There was conversation. We talked with each another far more than when I had an office. It became useful, productive, even fun. Prairie-dogging became a game.

Then we discovered the dark side. We couldn’t have the challenging conversations with customers, partners or even our bosses without everyone knowing about it. There were no more moments of concentration; there was collaboration, but there was also constant interruption. Recent studies have shown that constant interruption and multi-tasking are far less productive than concentration and single-tasking.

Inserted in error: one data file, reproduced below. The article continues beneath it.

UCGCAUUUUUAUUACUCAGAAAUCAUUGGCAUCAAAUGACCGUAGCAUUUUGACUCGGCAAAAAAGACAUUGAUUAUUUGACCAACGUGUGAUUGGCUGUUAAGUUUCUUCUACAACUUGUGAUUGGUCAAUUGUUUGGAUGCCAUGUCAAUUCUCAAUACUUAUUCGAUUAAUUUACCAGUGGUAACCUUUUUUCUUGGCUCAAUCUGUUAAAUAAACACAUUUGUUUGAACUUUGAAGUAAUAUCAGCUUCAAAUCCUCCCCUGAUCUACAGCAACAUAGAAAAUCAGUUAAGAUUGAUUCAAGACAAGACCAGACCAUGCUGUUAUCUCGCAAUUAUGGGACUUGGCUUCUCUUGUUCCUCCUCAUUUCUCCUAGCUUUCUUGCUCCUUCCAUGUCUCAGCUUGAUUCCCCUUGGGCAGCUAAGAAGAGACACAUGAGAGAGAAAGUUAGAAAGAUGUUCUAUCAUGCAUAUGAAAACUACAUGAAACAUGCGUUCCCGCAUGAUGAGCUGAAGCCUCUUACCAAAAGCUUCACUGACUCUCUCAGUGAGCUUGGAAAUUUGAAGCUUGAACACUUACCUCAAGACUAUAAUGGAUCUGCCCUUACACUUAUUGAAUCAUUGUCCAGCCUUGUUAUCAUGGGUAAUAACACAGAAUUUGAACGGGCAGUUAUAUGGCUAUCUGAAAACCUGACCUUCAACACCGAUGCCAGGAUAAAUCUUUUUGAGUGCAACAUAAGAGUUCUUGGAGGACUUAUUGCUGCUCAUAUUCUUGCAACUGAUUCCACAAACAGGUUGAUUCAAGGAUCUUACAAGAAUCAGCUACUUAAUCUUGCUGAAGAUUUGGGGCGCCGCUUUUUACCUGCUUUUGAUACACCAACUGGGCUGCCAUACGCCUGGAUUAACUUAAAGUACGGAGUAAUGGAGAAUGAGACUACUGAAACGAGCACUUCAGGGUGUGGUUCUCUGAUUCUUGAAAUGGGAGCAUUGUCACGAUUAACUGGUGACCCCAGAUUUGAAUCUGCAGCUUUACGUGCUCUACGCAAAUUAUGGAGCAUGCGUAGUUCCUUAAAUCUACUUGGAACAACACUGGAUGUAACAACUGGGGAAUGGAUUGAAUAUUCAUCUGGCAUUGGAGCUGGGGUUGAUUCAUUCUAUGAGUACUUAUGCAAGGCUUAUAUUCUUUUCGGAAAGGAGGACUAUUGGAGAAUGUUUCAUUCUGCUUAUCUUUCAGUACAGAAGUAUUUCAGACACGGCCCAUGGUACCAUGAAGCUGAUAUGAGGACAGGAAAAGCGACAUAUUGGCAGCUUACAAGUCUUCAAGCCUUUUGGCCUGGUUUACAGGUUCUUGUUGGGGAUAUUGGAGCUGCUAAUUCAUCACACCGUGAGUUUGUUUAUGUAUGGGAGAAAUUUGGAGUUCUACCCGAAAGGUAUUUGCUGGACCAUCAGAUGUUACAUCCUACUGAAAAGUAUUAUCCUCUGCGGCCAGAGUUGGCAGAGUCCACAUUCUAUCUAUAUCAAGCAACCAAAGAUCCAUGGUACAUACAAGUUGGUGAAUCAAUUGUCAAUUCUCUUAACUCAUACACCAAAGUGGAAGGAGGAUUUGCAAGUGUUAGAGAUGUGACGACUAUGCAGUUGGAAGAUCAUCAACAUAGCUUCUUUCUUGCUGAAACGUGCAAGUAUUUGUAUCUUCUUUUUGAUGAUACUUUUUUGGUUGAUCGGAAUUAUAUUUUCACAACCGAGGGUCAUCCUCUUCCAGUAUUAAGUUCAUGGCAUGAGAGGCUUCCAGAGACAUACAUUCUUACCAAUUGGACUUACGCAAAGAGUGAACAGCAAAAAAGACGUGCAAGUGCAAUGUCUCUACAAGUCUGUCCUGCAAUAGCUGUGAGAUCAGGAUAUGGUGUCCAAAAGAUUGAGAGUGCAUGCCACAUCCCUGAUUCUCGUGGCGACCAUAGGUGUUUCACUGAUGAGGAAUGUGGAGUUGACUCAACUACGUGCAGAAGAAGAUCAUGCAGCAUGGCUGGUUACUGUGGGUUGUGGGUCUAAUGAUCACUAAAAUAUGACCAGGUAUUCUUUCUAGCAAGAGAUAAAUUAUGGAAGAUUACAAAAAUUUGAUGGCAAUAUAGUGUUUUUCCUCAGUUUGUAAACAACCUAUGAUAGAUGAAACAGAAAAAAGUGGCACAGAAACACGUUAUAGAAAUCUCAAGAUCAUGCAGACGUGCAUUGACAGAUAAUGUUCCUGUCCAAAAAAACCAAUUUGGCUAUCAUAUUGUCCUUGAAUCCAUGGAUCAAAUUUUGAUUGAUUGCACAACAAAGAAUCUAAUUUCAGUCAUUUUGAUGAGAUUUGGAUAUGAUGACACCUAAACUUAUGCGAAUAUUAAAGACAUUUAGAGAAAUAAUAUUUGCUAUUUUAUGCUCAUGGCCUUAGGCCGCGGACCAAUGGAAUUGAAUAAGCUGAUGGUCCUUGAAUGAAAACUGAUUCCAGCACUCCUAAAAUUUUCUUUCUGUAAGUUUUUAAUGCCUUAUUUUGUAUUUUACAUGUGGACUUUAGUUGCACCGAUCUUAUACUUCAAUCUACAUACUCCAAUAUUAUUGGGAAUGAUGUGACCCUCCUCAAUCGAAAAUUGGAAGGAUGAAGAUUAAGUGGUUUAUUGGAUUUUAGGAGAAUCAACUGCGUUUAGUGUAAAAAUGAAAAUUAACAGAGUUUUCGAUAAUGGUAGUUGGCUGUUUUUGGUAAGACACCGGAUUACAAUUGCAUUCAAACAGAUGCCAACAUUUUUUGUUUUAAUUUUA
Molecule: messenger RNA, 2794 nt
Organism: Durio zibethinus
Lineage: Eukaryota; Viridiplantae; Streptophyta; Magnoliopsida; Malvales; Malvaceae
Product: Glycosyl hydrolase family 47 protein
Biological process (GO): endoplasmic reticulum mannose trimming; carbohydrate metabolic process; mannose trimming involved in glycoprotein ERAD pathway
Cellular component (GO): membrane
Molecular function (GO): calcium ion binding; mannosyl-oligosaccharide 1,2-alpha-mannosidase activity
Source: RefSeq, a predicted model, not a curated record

But are we ready to go back to closed-door offices? For most companies, no. Many companies are going even further and eliminating cubicles in favor of open-plan offices — just a collection of desks in a room (think the secretarial pool from any random 1950s movie).

Tele-Smart consultant Josiane Feigon recently published an article about an un-named client who gave inside salespeople closed-door offices. From her article, it’s easy to tell she did not agree with this move. She seems to feel that having salespeople in closed-door offices defeated the collaboration that she thinks is at the core of their job, and, as is common in other companies, they should have kept the salespeople in cubicles or an open-plan office.

I, however, agree with this client wholeheartedly. In fact, I think they might not have gone far enough. Here’s why: